One thing to take into consideration is team dynamic. If the proper balance of members are not chosen for the team the activities are doomed. It may be awhile to get a really team or two together but the up-front work in setting up the teams will make up for any early lapses.
People that are defensive, confrontation, or overbearing might work on some teams but not others. Also consider the a team needs a facilitator or leader to keep things moving in a positive direction.
There are many good books out there and there maybe something in the search engine or archives at the cove. Try doing some searches for project management on the web.
Last night I was having a nice quite dream about the world class process improvement system (hey ... it's a dream) I had put together, but suddenly it turned into a nightmare because the third party auditor was writing me a nonconformance for not improving my QMS enough since the last visit. Not improving enough? Is this possible? I wonder ... are we (all ISO registered companies) faced with this issue of "how much improvement is judged to be enough by the auditor?" I've seen some strange auditor behavior reported here at the Cove ... so what do the regulars think?
I would have to agree. If I had evidence of the required improvements and the auditor questioned theem, I would be on the phone to the registrar asking them to come to the facility at once if they wanted to keep the contract.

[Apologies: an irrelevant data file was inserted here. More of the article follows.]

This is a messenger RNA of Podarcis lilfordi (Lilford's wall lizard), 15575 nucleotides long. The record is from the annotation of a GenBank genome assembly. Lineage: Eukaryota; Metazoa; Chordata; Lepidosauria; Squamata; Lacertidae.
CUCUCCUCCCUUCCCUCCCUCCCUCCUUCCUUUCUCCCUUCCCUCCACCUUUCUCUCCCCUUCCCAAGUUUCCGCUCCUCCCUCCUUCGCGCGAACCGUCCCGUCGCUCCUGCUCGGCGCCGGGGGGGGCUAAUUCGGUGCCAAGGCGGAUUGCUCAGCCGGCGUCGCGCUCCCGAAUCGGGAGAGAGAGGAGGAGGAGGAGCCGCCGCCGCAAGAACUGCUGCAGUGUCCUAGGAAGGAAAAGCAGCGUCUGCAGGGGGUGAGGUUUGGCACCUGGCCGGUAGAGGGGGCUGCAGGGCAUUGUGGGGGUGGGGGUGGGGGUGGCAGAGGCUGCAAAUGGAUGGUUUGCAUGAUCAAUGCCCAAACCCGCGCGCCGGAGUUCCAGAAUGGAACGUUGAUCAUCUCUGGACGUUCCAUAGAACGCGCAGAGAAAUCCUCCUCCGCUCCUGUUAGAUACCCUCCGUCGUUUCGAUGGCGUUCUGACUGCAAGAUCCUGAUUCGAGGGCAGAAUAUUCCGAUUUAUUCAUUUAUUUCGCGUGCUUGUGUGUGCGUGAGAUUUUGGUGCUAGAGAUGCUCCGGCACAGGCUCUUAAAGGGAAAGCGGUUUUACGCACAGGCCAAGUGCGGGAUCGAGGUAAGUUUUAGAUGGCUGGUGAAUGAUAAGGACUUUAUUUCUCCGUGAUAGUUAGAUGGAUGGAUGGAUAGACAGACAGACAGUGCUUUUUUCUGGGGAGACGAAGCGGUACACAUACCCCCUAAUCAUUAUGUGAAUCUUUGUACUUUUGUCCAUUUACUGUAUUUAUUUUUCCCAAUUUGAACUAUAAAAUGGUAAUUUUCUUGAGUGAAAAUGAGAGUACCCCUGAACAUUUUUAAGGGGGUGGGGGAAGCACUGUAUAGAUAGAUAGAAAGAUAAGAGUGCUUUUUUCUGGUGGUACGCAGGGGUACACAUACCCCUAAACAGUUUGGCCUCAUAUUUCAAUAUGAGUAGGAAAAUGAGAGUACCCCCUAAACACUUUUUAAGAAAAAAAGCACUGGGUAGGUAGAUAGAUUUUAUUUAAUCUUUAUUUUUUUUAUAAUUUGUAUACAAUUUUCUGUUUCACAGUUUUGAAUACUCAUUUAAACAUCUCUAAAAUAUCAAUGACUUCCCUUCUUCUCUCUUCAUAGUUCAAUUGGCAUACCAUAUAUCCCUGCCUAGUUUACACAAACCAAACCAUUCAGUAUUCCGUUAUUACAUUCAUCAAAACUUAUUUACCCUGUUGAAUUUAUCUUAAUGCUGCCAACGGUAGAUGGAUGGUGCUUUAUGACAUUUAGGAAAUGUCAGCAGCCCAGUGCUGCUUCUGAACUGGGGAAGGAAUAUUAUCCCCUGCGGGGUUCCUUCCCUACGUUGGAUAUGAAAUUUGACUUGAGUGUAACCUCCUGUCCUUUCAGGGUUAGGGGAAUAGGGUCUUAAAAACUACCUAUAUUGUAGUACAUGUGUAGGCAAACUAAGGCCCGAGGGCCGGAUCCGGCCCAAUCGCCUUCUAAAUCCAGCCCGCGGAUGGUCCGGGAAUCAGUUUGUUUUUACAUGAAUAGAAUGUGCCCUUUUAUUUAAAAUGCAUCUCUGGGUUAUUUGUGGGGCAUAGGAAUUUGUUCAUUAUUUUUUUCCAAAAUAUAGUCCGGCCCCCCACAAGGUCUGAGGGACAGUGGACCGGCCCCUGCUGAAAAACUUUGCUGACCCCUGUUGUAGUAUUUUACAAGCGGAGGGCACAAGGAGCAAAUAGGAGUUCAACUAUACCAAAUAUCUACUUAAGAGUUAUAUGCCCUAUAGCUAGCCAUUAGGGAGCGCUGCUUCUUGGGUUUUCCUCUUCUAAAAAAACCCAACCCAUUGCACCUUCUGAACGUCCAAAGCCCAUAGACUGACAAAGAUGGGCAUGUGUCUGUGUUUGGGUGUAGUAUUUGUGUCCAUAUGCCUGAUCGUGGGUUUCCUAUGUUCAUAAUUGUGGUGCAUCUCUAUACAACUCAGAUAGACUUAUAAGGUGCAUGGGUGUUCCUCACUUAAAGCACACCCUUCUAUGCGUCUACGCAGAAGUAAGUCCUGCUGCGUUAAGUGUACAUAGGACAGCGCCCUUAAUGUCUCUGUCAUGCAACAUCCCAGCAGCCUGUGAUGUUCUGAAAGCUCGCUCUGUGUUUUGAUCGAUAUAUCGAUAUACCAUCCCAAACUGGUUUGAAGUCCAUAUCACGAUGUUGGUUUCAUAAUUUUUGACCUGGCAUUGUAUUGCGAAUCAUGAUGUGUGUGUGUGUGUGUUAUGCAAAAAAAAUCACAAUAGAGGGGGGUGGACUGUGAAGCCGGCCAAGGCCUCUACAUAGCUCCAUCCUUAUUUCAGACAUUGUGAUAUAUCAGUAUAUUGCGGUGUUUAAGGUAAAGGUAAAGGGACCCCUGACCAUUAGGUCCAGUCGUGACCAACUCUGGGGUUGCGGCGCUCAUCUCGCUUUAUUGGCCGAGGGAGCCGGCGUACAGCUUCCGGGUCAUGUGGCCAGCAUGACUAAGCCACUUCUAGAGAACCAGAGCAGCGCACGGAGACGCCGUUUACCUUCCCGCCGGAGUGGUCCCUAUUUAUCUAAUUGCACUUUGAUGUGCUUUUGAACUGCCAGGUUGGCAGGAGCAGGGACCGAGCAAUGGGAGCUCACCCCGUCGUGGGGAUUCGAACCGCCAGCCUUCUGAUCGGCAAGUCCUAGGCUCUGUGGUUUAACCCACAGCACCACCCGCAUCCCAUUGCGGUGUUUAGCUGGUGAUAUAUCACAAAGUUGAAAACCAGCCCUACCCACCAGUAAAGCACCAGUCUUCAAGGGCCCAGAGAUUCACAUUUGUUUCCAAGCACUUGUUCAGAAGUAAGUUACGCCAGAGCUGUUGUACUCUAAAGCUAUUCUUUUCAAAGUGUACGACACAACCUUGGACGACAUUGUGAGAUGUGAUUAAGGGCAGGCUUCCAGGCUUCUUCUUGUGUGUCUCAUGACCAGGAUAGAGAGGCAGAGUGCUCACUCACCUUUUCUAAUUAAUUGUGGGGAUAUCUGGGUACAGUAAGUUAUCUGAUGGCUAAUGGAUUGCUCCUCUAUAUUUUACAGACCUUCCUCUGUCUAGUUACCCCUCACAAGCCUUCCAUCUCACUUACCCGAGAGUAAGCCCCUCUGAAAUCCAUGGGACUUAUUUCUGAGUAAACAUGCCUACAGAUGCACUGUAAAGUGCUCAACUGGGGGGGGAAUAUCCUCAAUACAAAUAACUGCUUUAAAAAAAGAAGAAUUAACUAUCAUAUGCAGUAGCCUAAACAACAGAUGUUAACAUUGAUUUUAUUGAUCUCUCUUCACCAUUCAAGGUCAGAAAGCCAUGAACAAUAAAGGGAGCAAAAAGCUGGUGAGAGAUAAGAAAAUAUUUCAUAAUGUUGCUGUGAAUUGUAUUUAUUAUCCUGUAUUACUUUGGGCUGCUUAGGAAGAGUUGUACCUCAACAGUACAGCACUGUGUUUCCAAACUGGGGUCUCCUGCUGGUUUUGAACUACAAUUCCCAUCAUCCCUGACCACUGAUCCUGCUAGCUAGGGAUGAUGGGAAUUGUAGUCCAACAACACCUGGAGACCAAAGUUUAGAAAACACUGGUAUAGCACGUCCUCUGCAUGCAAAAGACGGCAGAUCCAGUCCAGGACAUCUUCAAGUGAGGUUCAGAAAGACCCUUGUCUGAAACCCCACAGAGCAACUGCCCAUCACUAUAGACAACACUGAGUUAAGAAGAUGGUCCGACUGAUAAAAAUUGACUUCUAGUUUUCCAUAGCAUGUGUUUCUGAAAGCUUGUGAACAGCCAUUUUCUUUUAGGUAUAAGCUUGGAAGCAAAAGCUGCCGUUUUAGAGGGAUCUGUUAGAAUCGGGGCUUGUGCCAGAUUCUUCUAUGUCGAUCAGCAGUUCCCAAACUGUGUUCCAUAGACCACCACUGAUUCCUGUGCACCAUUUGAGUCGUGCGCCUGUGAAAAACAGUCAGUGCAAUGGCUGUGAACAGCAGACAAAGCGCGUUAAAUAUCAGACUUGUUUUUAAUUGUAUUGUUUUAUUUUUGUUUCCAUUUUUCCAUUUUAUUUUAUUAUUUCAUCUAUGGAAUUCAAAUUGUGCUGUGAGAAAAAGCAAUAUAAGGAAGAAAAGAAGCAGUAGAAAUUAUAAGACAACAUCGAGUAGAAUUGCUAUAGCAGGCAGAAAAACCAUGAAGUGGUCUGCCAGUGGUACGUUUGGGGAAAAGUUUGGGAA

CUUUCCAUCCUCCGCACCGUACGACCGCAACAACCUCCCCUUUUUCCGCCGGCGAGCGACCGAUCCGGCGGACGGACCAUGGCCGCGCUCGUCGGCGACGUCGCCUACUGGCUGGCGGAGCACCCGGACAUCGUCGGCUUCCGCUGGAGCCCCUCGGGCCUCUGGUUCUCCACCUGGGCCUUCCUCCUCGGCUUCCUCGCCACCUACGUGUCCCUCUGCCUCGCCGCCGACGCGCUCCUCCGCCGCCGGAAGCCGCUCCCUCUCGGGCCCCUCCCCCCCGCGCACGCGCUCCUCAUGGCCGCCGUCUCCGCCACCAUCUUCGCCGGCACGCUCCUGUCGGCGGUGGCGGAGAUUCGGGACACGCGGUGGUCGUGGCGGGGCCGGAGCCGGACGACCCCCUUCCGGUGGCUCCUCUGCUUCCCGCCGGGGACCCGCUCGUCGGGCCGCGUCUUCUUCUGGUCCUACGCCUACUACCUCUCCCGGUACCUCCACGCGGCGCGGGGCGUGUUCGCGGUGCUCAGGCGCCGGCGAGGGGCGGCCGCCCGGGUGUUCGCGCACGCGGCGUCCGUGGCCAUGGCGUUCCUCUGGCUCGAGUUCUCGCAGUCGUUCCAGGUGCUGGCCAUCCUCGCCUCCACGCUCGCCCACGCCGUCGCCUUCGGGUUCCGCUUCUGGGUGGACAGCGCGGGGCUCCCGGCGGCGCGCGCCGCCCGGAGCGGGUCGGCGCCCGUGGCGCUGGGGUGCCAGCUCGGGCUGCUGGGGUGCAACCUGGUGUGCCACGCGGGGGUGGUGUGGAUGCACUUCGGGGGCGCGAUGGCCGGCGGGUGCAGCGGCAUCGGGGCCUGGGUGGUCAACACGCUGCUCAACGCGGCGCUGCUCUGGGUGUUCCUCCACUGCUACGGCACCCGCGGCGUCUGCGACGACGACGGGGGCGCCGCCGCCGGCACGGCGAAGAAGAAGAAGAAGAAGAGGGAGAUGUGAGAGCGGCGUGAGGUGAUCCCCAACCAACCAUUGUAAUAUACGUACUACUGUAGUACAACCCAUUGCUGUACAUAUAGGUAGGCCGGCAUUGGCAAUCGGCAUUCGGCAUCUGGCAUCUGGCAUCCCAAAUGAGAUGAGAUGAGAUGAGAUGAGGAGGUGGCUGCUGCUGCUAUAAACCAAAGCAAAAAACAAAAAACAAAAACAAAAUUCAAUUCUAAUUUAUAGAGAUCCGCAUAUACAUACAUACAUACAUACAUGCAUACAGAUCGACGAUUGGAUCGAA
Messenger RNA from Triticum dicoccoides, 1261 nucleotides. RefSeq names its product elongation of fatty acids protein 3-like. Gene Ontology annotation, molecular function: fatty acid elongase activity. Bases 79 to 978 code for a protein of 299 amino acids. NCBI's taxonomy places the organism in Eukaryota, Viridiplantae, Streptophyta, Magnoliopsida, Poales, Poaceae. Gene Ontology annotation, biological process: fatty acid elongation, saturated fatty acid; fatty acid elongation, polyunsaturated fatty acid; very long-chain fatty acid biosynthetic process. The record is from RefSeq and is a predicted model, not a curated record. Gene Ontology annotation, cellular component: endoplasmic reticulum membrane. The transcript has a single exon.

One good thing about the standards is that they mainly do not dictate how much, how many, how far etc... just that there is evidence of some level of completion. An auditor may put in a suggestion that improvement levels need to be improved, but even that is iffy, and I would not sign off on it as a management rep.
Find out where your pain is. Many do not call this continuous improvement because continuous improvement is for processes that are stable. I look for areas that might be compliant, but still cause a certain amount of pain. For example; one shop had a problem with manufacturing scrap. Not rejects, just the stuff left over from the process. Their quality was good, and their profit margin was decent, but there was pain in the amount of waste materials. The team suggested looking at ways to reduce the scrap. The result was a 25% decrease in the amount of wasted material.
Take a look at the Cause-and-effect diagram. Look at the headings, and determine what areas you could/should improve on. Here is a page that lists some potential metrics to use for continuous improvement measurement. Metrics